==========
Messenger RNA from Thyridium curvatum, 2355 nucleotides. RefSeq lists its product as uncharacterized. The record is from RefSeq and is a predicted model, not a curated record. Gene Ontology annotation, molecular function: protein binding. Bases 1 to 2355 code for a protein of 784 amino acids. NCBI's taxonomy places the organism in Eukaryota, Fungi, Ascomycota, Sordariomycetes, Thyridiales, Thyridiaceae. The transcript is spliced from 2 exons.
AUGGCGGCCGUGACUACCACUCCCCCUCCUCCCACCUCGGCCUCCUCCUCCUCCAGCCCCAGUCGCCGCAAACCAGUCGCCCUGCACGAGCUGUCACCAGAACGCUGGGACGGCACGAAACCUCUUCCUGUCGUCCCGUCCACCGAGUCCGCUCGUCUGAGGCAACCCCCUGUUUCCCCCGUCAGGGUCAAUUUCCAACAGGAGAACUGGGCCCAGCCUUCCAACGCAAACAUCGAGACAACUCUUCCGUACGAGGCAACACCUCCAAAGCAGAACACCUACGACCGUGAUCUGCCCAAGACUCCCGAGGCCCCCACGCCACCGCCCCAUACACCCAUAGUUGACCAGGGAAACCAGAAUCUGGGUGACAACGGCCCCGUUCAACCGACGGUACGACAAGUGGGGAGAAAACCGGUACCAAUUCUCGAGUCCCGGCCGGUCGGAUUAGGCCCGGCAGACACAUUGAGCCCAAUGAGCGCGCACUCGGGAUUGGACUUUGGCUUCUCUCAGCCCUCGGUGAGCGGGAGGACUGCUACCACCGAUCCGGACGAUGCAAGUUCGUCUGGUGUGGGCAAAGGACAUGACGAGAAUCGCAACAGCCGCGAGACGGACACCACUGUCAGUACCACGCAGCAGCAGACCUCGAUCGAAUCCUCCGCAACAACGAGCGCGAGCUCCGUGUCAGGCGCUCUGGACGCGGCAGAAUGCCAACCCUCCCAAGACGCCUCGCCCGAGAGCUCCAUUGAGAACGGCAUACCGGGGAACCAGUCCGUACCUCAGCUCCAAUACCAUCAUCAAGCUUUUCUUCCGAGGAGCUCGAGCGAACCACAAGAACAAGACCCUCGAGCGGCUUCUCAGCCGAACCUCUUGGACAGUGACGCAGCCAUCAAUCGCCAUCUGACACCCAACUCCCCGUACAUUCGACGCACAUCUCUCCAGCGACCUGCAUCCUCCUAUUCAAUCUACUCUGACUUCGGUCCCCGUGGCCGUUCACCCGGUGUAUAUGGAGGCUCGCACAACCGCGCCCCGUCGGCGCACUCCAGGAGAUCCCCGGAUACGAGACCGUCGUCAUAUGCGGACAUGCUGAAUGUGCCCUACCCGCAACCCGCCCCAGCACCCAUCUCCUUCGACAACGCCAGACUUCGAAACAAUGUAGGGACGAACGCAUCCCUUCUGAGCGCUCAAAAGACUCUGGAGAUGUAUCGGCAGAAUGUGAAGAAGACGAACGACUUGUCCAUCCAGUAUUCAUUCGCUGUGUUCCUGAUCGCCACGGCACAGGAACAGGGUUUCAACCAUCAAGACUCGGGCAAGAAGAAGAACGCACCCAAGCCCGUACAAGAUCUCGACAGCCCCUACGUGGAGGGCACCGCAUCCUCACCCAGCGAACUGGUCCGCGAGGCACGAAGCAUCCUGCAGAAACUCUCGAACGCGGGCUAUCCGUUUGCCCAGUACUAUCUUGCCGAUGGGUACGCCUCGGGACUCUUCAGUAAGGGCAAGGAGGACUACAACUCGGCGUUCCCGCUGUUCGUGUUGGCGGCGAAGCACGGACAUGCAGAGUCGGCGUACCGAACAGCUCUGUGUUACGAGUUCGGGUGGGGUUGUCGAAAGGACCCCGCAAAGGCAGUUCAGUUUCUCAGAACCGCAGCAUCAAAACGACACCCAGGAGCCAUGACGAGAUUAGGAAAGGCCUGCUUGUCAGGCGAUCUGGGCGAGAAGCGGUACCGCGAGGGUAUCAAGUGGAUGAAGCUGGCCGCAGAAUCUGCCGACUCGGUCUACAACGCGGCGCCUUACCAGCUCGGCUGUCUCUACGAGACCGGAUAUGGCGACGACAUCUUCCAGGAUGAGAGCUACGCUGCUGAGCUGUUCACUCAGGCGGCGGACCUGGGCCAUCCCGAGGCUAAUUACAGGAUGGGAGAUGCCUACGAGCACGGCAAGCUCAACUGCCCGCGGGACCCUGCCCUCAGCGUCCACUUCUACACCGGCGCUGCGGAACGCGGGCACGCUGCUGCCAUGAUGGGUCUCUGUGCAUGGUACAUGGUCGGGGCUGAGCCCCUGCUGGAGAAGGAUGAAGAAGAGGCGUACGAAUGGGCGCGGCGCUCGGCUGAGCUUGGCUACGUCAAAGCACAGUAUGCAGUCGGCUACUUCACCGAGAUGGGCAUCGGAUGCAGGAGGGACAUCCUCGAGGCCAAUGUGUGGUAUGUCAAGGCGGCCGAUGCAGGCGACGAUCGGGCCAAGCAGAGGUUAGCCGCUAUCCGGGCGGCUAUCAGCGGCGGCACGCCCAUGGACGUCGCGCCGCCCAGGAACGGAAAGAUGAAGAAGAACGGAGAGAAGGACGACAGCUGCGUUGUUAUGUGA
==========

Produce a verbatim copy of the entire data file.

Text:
Messenger RNA from Thyridium curvatum, 2355 nucleotides. RefSeq lists its product as uncharacterized. The record is from RefSeq and is a predicted model, not a curated record. Gene Ontology annotation, molecular function: protein binding. Bases 1 to 2355 code for a protein of 784 amino acids. NCBI's taxonomy places the organism in Eukaryota, Fungi, Ascomycota, Sordariomycetes, Thyridiales, Thyridiaceae. The transcript is spliced from 2 exons.
AUGGCGGCCGUGACUACCACUCCCCCUCCUCCCACCUCGGCCUCCUCCUCCUCCAGCCCCAGUCGCCGCAAACCAGUCGCCCUGCACGAGCUGUCACCAGAACGCUGGGACGGCACGAAACCUCUUCCUGUCGUCCCGUCCACCGAGUCCGCUCGUCUGAGGCAACCCCCUGUUUCCCCCGUCAGGGUCAAUUUCCAACAGGAGAACUGGGCCCAGCCUUCCAACGCAAACAUCGAGACAACUCUUCCGUACGAGGCAACACCUCCAAAGCAGAACACCUACGACCGUGAUCUGCCCAAGACUCCCGAGGCCCCCACGCCACCGCCCCAUACACCCAUAGUUGACCAGGGAAACCAGAAUCUGGGUGACAACGGCCCCGUUCAACCGACGGUACGACAAGUGGGGAGAAAACCGGUACCAAUUCUCGAGUCCCGGCCGGUCGGAUUAGGCCCGGCAGACACAUUGAGCCCAAUGAGCGCGCACUCGGGAUUGGACUUUGGCUUCUCUCAGCCCUCGGUGAGCGGGAGGACUGCUACCACCGAUCCGGACGAUGCAAGUUCGUCUGGUGUGGGCAAAGGACAUGACGAGAAUCGCAACAGCCGCGAGACGGACACCACUGUCAGUACCACGCAGCAGCAGACCUCGAUCGAAUCCUCCGCAACAACGAGCGCGAGCUCCGUGUCAGGCGCUCUGGACGCGGCAGAAUGCCAACCCUCCCAAGACGCCUCGCCCGAGAGCUCCAUUGAGAACGGCAUACCGGGGAACCAGUCCGUACCUCAGCUCCAAUACCAUCAUCAAGCUUUUCUUCCGAGGAGCUCGAGCGAACCACAAGAACAAGACCCUCGAGCGGCUUCUCAGCCGAACCUCUUGGACAGUGACGCAGCCAUCAAUCGCCAUCUGACACCCAACUCCCCGUACAUUCGACGCACAUCUCUCCAGCGACCUGCAUCCUCCUAUUCAAUCUACUCUGACUUCGGUCCCCGUGGCCGUUCACCCGGUGUAUAUGGAGGCUCGCACAACCGCGCCCCGUCGGCGCACUCCAGGAGAUCCCCGGAUACGAGACCGUCGUCAUAUGCGGACAUGCUGAAUGUGCCCUACCCGCAACCCGCCCCAGCACCCAUCUCCUUCGACAACGCCAGACUUCGAAACAAUGUAGGGACGAACGCAUCCCUUCUGAGCGCUCAAAAGACUCUGGAGAUGUAUCGGCAGAAUGUGAAGAAGACGAACGACUUGUCCAUCCAGUAUUCAUUCGCUGUGUUCCUGAUCGCCACGGCACAGGAACAGGGUUUCAACCAUCAAGACUCGGGCAAGAAGAAGAACGCACCCAAGCCCGUACAAGAUCUCGACAGCCCCUACGUGGAGGGCACCGCAUCCUCACCCAGCGAACUGGUCCGCGAGGCACGAAGCAUCCUGCAGAAACUCUCGAACGCGGGCUAUCCGUUUGCCCAGUACUAUCUUGCCGAUGGGUACGCCUCGGGACUCUUCAGUAAGGGCAAGGAGGACUACAACUCGGCGUUCCCGCUGUUCGUGUUGGCGGCGAAGCACGGACAUGCAGAGUCGGCGUACCGAACAGCUCUGUGUUACGAGUUCGGGUGGGGUUGUCGAAAGGACCCCGCAAAGGCAGUUCAGUUUCUCAGAACCGCAGCAUCAAAACGACACCCAGGAGCCAUGACGAGAUUAGGAAAGGCCUGCUUGUCAGGCGAUCUGGGCGAGAAGCGGUACCGCGAGGGUAUCAAGUGGAUGAAGCUGGCCGCAGAAUCUGCCGACUCGGUCUACAACGCGGCGCCUUACCAGCUCGGCUGUCUCUACGAGACCGGAUAUGGCGACGACAUCUUCCAGGAUGAGAGCUACGCUGCUGAGCUGUUCACUCAGGCGGCGGACCUGGGCCAUCCCGAGGCUAAUUACAGGAUGGGAGAUGCCUACGAGCACGGCAAGCUCAACUGCCCGCGGGACCCUGCCCUCAGCGUCCACUUCUACACCGGCGCUGCGGAACGCGGGCACGCUGCUGCCAUGAUGGGUCUCUGUGCAUGGUACAUGGUCGGGGCUGAGCCCCUGCUGGAGAAGGAUGAAGAAGAGGCGUACGAAUGGGCGCGGCGCUCGGCUGAGCUUGGCUACGUCAAAGCACAGUAUGCAGUCGGCUACUUCACCGAGAUGGGCAUCGGAUGCAGGAGGGACAUCCUCGAGGCCAAUGUGUGGUAUGUCAAGGCGGCCGAUGCAGGCGACGAUCGGGCCAAGCAGAGGUUAGCCGCUAUCCGGGCGGCUAUCAGCGGCGGCACGCCCAUGGACGUCGCGCCGCCCAGGAACGGAAAGAUGAAGAAGAACGGAGAGAAGGACGACAGCUGCGUUGUUAUGUGA